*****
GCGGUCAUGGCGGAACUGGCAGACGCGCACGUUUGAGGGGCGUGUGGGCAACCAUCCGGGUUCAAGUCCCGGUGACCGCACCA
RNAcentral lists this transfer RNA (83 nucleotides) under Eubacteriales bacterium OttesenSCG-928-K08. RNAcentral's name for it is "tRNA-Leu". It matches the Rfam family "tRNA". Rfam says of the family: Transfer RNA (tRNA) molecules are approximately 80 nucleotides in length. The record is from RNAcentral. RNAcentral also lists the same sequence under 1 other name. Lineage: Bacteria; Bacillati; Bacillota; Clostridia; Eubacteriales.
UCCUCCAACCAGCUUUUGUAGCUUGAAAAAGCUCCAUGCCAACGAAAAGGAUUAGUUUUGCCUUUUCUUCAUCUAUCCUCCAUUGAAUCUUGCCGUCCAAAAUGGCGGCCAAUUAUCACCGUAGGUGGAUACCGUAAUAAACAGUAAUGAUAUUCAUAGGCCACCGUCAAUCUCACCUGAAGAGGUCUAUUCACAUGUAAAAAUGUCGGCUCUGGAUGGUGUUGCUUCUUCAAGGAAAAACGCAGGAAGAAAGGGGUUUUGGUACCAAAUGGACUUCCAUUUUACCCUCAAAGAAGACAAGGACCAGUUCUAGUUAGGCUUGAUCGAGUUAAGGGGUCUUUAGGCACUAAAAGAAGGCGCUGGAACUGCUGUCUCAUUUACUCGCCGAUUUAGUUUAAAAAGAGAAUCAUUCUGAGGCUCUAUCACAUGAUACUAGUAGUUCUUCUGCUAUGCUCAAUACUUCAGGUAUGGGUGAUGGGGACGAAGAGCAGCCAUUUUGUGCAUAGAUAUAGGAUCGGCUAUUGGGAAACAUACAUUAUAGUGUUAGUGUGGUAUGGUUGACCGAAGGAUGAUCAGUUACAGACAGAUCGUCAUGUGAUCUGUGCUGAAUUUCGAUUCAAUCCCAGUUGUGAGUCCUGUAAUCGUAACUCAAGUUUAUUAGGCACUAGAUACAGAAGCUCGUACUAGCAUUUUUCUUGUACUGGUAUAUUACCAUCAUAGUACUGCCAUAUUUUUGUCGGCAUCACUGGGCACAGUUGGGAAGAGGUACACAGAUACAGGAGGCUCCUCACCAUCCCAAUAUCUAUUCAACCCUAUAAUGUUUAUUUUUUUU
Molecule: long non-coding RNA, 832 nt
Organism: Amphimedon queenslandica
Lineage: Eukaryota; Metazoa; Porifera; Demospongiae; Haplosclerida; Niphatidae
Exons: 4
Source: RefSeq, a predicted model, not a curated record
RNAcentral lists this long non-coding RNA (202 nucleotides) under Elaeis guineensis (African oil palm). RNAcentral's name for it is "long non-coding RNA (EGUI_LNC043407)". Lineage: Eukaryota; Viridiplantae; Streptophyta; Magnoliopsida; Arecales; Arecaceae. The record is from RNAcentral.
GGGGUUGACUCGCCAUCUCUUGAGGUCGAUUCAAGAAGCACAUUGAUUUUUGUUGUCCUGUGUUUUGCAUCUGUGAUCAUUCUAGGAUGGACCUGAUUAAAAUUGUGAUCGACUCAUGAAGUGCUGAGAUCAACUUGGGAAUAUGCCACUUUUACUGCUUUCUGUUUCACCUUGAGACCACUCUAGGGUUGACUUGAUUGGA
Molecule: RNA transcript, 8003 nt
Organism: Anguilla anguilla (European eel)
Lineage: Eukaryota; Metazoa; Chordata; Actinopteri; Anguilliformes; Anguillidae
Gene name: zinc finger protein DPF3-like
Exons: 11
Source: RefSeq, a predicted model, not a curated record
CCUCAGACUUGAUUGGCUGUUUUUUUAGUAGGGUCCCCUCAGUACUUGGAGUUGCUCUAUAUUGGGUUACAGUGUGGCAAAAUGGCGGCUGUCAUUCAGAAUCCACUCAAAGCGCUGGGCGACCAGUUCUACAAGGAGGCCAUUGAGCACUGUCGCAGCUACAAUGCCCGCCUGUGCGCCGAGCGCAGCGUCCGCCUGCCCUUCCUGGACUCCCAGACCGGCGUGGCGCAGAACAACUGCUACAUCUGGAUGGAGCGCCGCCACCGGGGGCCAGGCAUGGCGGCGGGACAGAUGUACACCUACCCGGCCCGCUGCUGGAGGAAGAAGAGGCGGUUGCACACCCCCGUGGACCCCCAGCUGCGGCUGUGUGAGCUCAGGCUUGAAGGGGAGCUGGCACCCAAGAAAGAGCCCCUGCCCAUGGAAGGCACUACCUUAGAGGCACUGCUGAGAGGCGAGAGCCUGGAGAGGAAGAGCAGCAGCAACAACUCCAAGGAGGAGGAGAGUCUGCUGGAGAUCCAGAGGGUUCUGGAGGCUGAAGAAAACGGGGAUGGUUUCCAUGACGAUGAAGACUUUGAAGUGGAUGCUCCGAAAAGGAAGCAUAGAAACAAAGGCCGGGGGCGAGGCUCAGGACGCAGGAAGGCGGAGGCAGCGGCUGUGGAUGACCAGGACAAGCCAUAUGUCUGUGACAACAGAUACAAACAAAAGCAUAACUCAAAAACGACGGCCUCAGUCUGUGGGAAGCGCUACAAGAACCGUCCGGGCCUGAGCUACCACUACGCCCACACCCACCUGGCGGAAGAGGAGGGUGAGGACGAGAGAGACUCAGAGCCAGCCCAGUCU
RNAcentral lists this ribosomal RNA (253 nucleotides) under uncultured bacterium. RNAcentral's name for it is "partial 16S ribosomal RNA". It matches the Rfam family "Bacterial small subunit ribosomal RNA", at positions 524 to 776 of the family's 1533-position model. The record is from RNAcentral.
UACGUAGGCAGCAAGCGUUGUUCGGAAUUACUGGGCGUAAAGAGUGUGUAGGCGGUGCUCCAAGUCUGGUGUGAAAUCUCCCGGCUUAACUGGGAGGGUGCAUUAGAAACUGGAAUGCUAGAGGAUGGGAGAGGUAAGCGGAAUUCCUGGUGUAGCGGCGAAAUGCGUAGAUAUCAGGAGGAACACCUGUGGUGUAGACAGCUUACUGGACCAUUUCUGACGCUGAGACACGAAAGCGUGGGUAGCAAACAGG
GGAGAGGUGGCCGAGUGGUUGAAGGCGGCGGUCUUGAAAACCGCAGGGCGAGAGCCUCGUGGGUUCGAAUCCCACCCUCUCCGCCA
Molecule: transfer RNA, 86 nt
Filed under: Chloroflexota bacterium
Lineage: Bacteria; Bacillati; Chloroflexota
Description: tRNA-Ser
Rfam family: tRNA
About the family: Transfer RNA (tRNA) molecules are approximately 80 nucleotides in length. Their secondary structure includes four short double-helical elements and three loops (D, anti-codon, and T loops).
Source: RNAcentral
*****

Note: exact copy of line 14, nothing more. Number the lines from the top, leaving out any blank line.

Gene name: zinc finger protein DPF3-like